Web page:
No matter how cold and wet March and April have been, summer will surely arrive soon! So let the sowing and mowing begin.
Our centres have a wide range of planters for sale, and great value multi pack offers on composts – so let’s get growing. For novices, or those too scared to ask, here is a quick guide to each type of planting.
Half-hardy annuals are frost-tender and are usually sown indoors and grown on. Examples such as Cosmos, Nemesia, and Marigolds complete their life cycle in one season.
Hardy annuals may be sown direct into the soil in spring. They will tolerate frosty conditions without protection. Examples include Alyssum, Calendula, Iberis and Limnanthes douglasii.
Hardy biennials complete their life cycle in two seasons. Examples include Alcea (hollyhock), Dianthus (sweet William), Erysimum (wallflower) and Myosotis (forget-me-not).
Half-hardy perennials survive for several years, normally flowering from the second season onwards. They are frost-tender, so they can be overwintered, but only if given frost protection. Examples include Bellis (daisy), begonia, Pelargonium (geranium) and Lobelia.
Perennials are plants capable of survival for at least three years. The term is also associated with herbaceous perennials lasting many years. Examples are Bellis (daisy), busy Lizzies and Viola (pansy).
Hardy perennials or shrubs last for decades if carefully positioned and cared for. Examples include Erica (winter-flowering heather), Euphorbia and Heuchera which offer welcome colour through the winter.
Summer Bulbs will reappear year after year, bringing a riot of colour and cheer. From gladioli to dahlias, from begonias to callas. Planting summer bulbs and perennial plants in spring means enjoying colour all summer long. Summer bulbs such as dahlias, crocosmias and begonias, can even keep on flowering into the autumn.
It’s a bank holiday bonanza this month – our Midgley and Brigg Centres are open every bank holiday Monday in May!
Time to prepare your garden for the barbecue season and the Coronation Big Lunch! Visit us in May for:
• Planters and composts for colour full planting.
• Furniture, benches and picnic table for al fresco dining and garden parties.
• Outdoor heating and firepits for the outdoor lifestyle.
• Ventilate your greenhouse. On warmer days, open greenhouse vents to allow greater air flow. It is unlikely to be warm enough to leave them open on an evening, however. As it gets warmer, using netting, shutters, or shade paint to protect plants against strong sun can also be beneficial.
• Prune. There are several plants that benefit from pruning in May: lilac, choisya, cherry laurel, hibiscus, and chocolate vine. You can pick up secateurs and protective gloves from our centres!
• Plant potted single late tulips outdoors. There are around 2,500 varieties of tulip that have been grown in Britain, but Group 5 – the single late tulips – are renowned for being reliable and easy to grow! Acclimatise your potted tulips to the outdoors by gradually moving them from shade to full sun, then gently remove them from their pot and plant them outdoors in a deep hole, about the size of the container.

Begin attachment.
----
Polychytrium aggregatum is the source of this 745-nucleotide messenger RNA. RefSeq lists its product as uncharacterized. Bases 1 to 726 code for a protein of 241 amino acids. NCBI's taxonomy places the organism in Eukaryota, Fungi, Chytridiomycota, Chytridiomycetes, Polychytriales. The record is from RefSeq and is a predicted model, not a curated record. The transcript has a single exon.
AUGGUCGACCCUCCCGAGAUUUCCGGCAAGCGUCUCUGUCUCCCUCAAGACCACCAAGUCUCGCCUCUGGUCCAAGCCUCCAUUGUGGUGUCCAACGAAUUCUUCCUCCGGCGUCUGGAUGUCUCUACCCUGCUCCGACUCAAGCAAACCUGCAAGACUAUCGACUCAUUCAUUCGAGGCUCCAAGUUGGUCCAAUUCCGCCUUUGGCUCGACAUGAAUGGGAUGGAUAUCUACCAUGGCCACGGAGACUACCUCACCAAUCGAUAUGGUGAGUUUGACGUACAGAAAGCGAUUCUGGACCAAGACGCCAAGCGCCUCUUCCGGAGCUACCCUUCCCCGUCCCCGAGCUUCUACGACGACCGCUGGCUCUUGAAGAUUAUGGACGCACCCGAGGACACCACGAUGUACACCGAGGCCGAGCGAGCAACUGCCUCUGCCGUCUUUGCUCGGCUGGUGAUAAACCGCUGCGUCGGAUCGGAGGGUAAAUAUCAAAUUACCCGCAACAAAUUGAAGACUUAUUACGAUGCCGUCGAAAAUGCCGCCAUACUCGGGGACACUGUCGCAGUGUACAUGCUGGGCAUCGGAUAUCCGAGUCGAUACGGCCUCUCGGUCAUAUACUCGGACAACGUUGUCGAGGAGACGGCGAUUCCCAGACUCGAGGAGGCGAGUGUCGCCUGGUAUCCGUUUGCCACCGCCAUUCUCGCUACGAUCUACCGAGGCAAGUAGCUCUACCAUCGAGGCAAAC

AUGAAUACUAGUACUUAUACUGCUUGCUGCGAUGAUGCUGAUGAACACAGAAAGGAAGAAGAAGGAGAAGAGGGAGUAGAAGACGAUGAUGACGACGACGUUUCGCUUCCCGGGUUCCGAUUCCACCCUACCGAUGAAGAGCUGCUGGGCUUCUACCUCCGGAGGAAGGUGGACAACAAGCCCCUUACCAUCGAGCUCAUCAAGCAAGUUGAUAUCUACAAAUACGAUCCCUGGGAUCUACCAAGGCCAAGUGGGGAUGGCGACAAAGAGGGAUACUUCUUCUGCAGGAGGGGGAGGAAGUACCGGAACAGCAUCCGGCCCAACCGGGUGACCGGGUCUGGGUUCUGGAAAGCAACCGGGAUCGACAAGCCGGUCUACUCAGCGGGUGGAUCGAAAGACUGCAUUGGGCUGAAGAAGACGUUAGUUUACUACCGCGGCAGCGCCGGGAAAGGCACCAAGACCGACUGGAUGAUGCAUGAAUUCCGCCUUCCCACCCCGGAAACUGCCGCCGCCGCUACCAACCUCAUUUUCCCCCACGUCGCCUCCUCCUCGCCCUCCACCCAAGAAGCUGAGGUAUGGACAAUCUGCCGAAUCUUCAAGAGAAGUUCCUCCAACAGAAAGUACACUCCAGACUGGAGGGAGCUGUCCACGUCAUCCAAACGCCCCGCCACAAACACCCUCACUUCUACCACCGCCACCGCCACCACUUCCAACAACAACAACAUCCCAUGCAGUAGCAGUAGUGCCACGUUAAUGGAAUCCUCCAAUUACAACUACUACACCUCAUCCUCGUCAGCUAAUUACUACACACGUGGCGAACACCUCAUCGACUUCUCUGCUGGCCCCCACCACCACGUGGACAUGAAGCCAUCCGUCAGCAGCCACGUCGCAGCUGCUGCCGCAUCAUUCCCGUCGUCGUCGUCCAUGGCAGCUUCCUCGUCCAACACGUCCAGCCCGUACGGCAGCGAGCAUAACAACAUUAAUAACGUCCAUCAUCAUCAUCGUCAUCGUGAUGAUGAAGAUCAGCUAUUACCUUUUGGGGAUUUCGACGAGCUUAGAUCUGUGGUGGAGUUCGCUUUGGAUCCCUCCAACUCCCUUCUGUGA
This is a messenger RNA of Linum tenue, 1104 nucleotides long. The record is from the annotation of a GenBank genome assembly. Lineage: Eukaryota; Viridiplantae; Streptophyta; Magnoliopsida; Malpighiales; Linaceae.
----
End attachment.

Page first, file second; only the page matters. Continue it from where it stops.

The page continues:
• Make compost. Mix vegetable waste, grass clippings, and brown material (such as leaves and torn paper) into a compost bin to make your very own potting mix or soil conditioner.
The Big Garden Birdwatch 2023 attracted 540,000 nature lovers to actively look out for birds, making the event the UK’s biggest citizen science wildlife survey.
Here is the top 10 run down in video format! Watch the video here.
• Beetroot: Your summer crop of beetroot can be sewn outside in May.
• Bouquet dill: Water the area and sow the seed directly into 1cm-deep drills, then lightly cover with soil. Keep the soil well-watered. Dill also produces white flower heads which attract hugely beneficial pollinators, including bees and hoverflies.
• Sew iron-rich Spinach in May and until mid-June Spinach: Sow from early spring to the middle of June.
• Chicory: High in fibre and carotenoid antioxidants, Chicory can be sown outdoors in May for harvest in August.
• Onion & shallots: Can be planted outside as soon as you are confident the last frost has passed.
• Courgette: CFibre, potassium, and folate-rich courgettes can also be planted outdoors in May. Cut when they are about 10cm long, to encourage more courgettes to grow over a longer period, instead of leaving them to grow larger and larger.
• Kale: Ideal for growing in small spaces, kale should be planted outside in May to be harvested in December.
• Carrots: Can be planted outside in loose, sandy soil in May for harvesting in Autumn.
• Leeks: Sew Leeks outside in May for a bumper harvest from September onwards.
• Potatoes: May is the last month ideal for growing potatoes. This staple should be sown outside for harvest between August and September.
• Strawberries: Borders, planters and even hanging baskets are all appropriate places to grow strawberries. Pick a spot that gets around 6-10 hours of sunlight a day.
• Keep herbs growing all season. Now is a good time to split pot-grown seedlings, using a richer compost (either in a container or in the garden) and allowing more root room to keep them growing.
• Save your spring bulbs. Take out pot-grown bulbs and lay out on a tray until the foliage dies back. The leaves will now easily separate from the bulbs and can be composted, while the bulbs should be stored somewhere cool and dry until autumn.
• Dig out lawn weeds. Remove weeds but avoid using harsh chemicals where possible.
• Protect fruit. Add netting to soft fruit to protect it from squirrels and birds.
A personal, energised book filled with thought-provoking ideas.
Available to buy here
“You can get attached to plants when you lose faith in people.”
– Manuele Fior – Italian cartoonist and illustrator.